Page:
My voice is the first thing to go. If you want to give me a 100-point check-up, the way a mechanic would sort out a car's current state of being (but at a mere fraction of the cost!), I suggest you listen for the rattles and whines. I can go for long stretches coasting down life's highways with nary a shudder, but I'm pretty sure my vocal register acts as an index to what's going on under the bonnet. Maybe it's just me.
For someone with so little control over that register, however, I've found over the years that other's voices really stick with me. I used to delude myself into thinking I had a good memory for names, and when that proved wrong I went for the obvious "faces" option, but really, it's turned out that I have no particular facility for remembering either. Voices, on the other hand, I do recall rather well. If I think of someone I once knew, I can always summon up their voice. Can everyone do this? I hope so. I can imagine that, in our visual/textual culture, when we think of another person we rarely do so by conjuring their sound. If you're like me, though, and find it pleasurable to drag a memory out of the old toybox and enjoy it for itself, passing it from hand to hand, feeling its weight and the way gravity pulls at it, you could do worse than trying this kind of recollection on the aural level. If you know me, try to recall my voice.
Two of the shows I've enjoyed most during this year's festival have been dependent on the power of one person's voice. They're vastly different pieces, but each offered a sole speaker throwing words into the void, hoping that they would find some purchase.
William Yang's Objects for Meditation sounds as dry as can be, on paper at least. One guy standing alone on a stage, talking for an hour and a half about, well, stuff, while twinned projector screens behind him are filled with photographic images illustrating said stuff. It works, though. Yang is a charming orator, speaking in a very emphatic, slow style, and taking us on an eclectic oral journey encompassing decades of his life, his travels, his sexuality, his family, his pseudo-Daoist philosophy and the relationships between all of these things. It's an artfully artless performance, seeming on the surface to consist of little more than the peripatetic ramblings of a worldly (and wordy) soul, but hinting at great correspondences between the various aspects of a person's existence. It's also a very humble work; describing his attraction towards water, he sums this up well. Water seeks out the lowest places, but it carves its way through mountains. Water's softness slowly defeats hardness.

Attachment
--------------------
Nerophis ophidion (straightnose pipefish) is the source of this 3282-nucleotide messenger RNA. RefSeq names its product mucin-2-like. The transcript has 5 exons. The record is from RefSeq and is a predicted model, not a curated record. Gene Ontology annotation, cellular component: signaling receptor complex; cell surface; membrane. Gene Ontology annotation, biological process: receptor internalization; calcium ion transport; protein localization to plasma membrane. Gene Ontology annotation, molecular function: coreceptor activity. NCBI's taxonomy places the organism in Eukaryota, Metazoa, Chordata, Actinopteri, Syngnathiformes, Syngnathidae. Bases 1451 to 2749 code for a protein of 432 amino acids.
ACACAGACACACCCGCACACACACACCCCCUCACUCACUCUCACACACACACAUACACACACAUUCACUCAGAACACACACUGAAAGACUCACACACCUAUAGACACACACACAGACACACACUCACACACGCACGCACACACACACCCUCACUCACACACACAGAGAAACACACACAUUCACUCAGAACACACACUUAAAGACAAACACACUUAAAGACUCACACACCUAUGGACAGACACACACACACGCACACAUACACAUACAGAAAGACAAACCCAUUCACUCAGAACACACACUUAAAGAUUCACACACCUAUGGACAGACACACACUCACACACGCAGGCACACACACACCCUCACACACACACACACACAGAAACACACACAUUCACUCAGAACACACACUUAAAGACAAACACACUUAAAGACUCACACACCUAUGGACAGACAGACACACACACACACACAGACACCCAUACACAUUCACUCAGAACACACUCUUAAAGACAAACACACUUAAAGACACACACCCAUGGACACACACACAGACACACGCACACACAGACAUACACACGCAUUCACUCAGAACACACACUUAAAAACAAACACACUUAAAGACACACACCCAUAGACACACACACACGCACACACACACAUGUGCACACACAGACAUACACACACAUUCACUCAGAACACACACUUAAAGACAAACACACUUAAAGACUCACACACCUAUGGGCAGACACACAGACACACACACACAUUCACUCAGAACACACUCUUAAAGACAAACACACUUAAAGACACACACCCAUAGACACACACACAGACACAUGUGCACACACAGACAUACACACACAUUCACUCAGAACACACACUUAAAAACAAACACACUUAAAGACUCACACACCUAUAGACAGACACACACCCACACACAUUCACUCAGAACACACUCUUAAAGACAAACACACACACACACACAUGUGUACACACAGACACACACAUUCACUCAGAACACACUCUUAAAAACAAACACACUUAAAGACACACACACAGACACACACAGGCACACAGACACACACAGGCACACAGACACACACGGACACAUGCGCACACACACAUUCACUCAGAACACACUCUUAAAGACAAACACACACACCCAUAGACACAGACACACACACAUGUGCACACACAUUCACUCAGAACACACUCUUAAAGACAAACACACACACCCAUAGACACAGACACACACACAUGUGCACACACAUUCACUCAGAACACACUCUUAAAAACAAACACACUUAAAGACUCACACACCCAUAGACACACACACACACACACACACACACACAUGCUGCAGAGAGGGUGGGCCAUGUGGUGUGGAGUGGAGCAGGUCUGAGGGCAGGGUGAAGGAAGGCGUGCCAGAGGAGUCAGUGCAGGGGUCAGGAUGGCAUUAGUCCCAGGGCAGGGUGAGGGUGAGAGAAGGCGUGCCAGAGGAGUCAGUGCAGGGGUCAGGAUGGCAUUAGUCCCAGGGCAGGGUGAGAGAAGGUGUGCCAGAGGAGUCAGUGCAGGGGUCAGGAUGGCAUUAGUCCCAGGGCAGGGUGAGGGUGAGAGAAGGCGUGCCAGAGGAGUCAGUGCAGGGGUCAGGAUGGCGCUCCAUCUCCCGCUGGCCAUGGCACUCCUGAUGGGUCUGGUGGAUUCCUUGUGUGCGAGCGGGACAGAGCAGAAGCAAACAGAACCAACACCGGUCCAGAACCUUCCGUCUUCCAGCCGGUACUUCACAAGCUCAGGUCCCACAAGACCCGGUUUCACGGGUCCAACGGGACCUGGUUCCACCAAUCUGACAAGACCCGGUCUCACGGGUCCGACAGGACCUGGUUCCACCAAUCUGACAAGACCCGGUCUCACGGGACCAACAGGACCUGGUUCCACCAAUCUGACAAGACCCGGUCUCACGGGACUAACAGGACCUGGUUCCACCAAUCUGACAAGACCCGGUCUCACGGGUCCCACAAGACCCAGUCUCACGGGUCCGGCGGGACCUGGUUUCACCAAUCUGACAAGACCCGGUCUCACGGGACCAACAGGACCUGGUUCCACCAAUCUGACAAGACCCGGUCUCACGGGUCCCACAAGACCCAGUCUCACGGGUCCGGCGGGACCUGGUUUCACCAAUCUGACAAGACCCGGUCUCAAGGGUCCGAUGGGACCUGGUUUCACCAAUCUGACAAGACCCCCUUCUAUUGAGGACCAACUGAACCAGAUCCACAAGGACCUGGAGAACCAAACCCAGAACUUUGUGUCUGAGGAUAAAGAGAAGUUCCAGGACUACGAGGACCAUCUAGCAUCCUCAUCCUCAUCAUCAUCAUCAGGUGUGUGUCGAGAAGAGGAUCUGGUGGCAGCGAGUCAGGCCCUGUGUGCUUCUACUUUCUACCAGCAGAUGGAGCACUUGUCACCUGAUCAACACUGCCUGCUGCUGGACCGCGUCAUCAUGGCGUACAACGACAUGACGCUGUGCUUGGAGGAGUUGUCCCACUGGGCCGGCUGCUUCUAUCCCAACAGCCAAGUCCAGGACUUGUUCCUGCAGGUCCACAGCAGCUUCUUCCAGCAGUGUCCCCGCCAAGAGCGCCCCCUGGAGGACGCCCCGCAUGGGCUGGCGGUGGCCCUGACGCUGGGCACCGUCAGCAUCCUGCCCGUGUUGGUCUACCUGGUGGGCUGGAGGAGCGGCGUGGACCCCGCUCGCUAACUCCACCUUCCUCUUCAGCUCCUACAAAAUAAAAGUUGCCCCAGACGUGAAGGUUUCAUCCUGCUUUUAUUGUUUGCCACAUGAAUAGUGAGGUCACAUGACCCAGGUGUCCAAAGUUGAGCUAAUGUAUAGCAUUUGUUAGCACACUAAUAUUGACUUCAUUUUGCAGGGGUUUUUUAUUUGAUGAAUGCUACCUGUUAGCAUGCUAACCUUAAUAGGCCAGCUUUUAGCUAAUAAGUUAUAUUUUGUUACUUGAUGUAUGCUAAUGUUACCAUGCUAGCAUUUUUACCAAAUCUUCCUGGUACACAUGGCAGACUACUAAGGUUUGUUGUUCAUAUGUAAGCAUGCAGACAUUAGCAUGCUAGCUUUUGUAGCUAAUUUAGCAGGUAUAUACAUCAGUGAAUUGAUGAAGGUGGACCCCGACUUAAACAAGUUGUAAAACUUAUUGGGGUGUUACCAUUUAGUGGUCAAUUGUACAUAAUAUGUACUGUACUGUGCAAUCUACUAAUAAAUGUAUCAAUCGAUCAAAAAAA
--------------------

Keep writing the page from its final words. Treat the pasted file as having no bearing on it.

There's a great deal to ponder over in the narration, and it's the kind of piece that slowly settles into your mind over a while, well after the show has ended. It kind of reminded me of W. G. Sebald's writing, which I've never felt I truly understood, but which nonetheless gets my mind going in all kinds of directions. Which, I suppose, is a kind of understanding in itself.
Yang's an engaging speaker, but not quite engrossing. Marie Brassard, on the other hand...
Brassard's Peepshow really is my festival pick for 2006. I didn't go in with particularly high expectations, since the idea of a solo show that boasts a performer whose voice is electronically altered screamed 1979 performance art nightmare. How wrong I was. Brassard is an actor who holds her audience in the palm of her hand, but uses that power conscientiously. She takes us to places we might not be comfortable with (and god knows, her climactic thigh-carving bit is an exercise in Deleuzian panic-button-pushing) but also offers a shag-pile carpet to fall back onto when all's said and done.
Well, all might be said, but it's never done; not if a show is worth it. Peepshow is worth it. If you only see one show this fest, make this the one. If not: sorry. Come back next week to read more.